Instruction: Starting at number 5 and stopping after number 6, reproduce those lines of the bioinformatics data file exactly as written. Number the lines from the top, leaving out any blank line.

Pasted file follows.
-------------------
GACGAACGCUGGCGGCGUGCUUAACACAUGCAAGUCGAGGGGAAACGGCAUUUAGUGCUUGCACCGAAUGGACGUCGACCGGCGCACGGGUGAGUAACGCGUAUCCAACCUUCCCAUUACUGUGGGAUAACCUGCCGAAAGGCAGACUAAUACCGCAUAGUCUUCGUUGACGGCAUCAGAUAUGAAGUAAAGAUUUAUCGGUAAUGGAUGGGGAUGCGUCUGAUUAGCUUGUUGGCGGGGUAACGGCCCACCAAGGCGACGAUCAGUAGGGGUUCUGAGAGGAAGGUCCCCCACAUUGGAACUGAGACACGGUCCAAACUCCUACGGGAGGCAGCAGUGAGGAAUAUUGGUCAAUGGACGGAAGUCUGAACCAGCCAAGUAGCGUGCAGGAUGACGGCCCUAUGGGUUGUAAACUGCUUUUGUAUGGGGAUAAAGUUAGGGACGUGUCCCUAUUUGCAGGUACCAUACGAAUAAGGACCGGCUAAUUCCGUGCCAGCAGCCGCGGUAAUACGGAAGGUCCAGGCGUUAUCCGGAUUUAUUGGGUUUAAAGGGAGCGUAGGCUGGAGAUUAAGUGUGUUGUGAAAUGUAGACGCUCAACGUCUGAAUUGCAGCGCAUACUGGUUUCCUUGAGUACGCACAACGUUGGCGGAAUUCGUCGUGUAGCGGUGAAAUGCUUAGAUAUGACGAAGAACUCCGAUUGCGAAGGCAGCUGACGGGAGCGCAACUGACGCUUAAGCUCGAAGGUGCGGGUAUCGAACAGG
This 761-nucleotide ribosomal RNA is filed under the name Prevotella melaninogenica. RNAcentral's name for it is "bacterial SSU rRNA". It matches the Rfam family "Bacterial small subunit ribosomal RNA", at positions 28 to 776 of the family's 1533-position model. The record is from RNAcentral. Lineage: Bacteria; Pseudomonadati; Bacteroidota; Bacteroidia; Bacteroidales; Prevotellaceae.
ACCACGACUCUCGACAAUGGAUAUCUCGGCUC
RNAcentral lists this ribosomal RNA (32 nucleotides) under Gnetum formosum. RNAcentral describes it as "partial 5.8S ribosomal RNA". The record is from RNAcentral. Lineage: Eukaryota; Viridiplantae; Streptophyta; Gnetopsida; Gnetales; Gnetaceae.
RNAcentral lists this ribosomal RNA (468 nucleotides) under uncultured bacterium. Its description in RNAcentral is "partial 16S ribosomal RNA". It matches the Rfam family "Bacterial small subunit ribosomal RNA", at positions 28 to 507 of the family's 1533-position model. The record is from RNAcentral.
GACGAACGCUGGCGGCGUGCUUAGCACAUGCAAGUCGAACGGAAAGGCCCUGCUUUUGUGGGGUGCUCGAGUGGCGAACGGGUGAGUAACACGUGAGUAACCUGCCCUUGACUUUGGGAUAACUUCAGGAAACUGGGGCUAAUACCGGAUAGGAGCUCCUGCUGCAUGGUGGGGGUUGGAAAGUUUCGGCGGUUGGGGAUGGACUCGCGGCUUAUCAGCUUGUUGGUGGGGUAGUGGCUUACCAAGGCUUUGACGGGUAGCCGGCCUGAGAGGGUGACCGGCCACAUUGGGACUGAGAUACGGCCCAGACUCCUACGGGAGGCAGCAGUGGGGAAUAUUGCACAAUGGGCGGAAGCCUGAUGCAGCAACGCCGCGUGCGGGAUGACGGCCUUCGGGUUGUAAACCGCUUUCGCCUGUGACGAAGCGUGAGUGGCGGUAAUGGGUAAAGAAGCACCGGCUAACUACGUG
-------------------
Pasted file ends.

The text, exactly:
RNAcentral lists this ribosomal RNA (468 nucleotides) under uncultured bacterium. Its description in RNAcentral is "partial 16S ribosomal RNA". It matches the Rfam family "Bacterial small subunit ribosomal RNA", at positions 28 to 507 of the family's 1533-position model. The record is from RNAcentral.
GACGAACGCUGGCGGCGUGCUUAGCACAUGCAAGUCGAACGGAAAGGCCCUGCUUUUGUGGGGUGCUCGAGUGGCGAACGGGUGAGUAACACGUGAGUAACCUGCCCUUGACUUUGGGAUAACUUCAGGAAACUGGGGCUAAUACCGGAUAGGAGCUCCUGCUGCAUGGUGGGGGUUGGAAAGUUUCGGCGGUUGGGGAUGGACUCGCGGCUUAUCAGCUUGUUGGUGGGGUAGUGGCUUACCAAGGCUUUGACGGGUAGCCGGCCUGAGAGGGUGACCGGCCACAUUGGGACUGAGAUACGGCCCAGACUCCUACGGGAGGCAGCAGUGGGGAAUAUUGCACAAUGGGCGGAAGCCUGAUGCAGCAACGCCGCGUGCGGGAUGACGGCCUUCGGGUUGUAAACCGCUUUCGCCUGUGACGAAGCGUGAGUGGCGGUAAUGGGUAAAGAAGCACCGGCUAACUACGUG